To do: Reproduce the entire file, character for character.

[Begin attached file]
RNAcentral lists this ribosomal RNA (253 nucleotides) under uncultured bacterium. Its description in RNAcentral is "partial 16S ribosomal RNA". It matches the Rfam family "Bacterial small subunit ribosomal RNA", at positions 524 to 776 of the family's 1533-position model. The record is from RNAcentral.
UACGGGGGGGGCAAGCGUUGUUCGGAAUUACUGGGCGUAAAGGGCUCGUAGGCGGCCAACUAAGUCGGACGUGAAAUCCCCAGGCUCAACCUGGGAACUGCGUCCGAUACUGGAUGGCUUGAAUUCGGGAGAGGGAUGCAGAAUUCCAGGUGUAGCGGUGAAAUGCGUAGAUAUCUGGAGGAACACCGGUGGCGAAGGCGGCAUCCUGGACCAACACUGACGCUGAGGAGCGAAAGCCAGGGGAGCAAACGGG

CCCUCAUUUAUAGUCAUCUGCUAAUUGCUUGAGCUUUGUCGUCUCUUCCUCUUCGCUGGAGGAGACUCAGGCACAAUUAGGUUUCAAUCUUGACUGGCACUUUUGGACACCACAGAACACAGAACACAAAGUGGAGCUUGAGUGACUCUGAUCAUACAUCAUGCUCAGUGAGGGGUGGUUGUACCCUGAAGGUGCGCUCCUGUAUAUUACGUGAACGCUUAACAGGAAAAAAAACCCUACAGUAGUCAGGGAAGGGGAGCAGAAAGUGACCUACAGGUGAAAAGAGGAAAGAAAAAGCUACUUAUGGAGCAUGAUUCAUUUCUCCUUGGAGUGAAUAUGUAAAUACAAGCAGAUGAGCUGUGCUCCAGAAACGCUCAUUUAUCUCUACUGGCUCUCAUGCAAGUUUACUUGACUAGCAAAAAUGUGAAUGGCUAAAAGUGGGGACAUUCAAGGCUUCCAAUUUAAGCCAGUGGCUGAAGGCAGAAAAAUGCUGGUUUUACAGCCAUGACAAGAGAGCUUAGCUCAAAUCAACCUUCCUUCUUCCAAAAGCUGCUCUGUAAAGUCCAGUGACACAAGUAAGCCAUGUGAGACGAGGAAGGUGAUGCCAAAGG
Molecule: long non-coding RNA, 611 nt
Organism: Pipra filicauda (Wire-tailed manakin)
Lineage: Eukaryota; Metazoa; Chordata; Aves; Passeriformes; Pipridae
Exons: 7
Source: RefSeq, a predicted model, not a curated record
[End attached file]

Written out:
RNAcentral lists this ribosomal RNA (253 nucleotides) under uncultured bacterium. Its description in RNAcentral is "partial 16S ribosomal RNA". It matches the Rfam family "Bacterial small subunit ribosomal RNA", at positions 524 to 776 of the family's 1533-position model. The record is from RNAcentral.
UACGGGGGGGGCAAGCGUUGUUCGGAAUUACUGGGCGUAAAGGGCUCGUAGGCGGCCAACUAAGUCGGACGUGAAAUCCCCAGGCUCAACCUGGGAACUGCGUCCGAUACUGGAUGGCUUGAAUUCGGGAGAGGGAUGCAGAAUUCCAGGUGUAGCGGUGAAAUGCGUAGAUAUCUGGAGGAACACCGGUGGCGAAGGCGGCAUCCUGGACCAACACUGACGCUGAGGAGCGAAAGCCAGGGGAGCAAACGGG

CCCUCAUUUAUAGUCAUCUGCUAAUUGCUUGAGCUUUGUCGUCUCUUCCUCUUCGCUGGAGGAGACUCAGGCACAAUUAGGUUUCAAUCUUGACUGGCACUUUUGGACACCACAGAACACAGAACACAAAGUGGAGCUUGAGUGACUCUGAUCAUACAUCAUGCUCAGUGAGGGGUGGUUGUACCCUGAAGGUGCGCUCCUGUAUAUUACGUGAACGCUUAACAGGAAAAAAAACCCUACAGUAGUCAGGGAAGGGGAGCAGAAAGUGACCUACAGGUGAAAAGAGGAAAGAAAAAGCUACUUAUGGAGCAUGAUUCAUUUCUCCUUGGAGUGAAUAUGUAAAUACAAGCAGAUGAGCUGUGCUCCAGAAACGCUCAUUUAUCUCUACUGGCUCUCAUGCAAGUUUACUUGACUAGCAAAAAUGUGAAUGGCUAAAAGUGGGGACAUUCAAGGCUUCCAAUUUAAGCCAGUGGCUGAAGGCAGAAAAAUGCUGGUUUUACAGCCAUGACAAGAGAGCUUAGCUCAAAUCAACCUUCCUUCUUCCAAAAGCUGCUCUGUAAAGUCCAGUGACACAAGUAAGCCAUGUGAGACGAGGAAGGUGAUGCCAAAGG
Molecule: long non-coding RNA, 611 nt
Organism: Pipra filicauda (Wire-tailed manakin)
Lineage: Eukaryota; Metazoa; Chordata; Aves; Passeriformes; Pipridae
Exons: 7
Source: RefSeq, a predicted model, not a curated record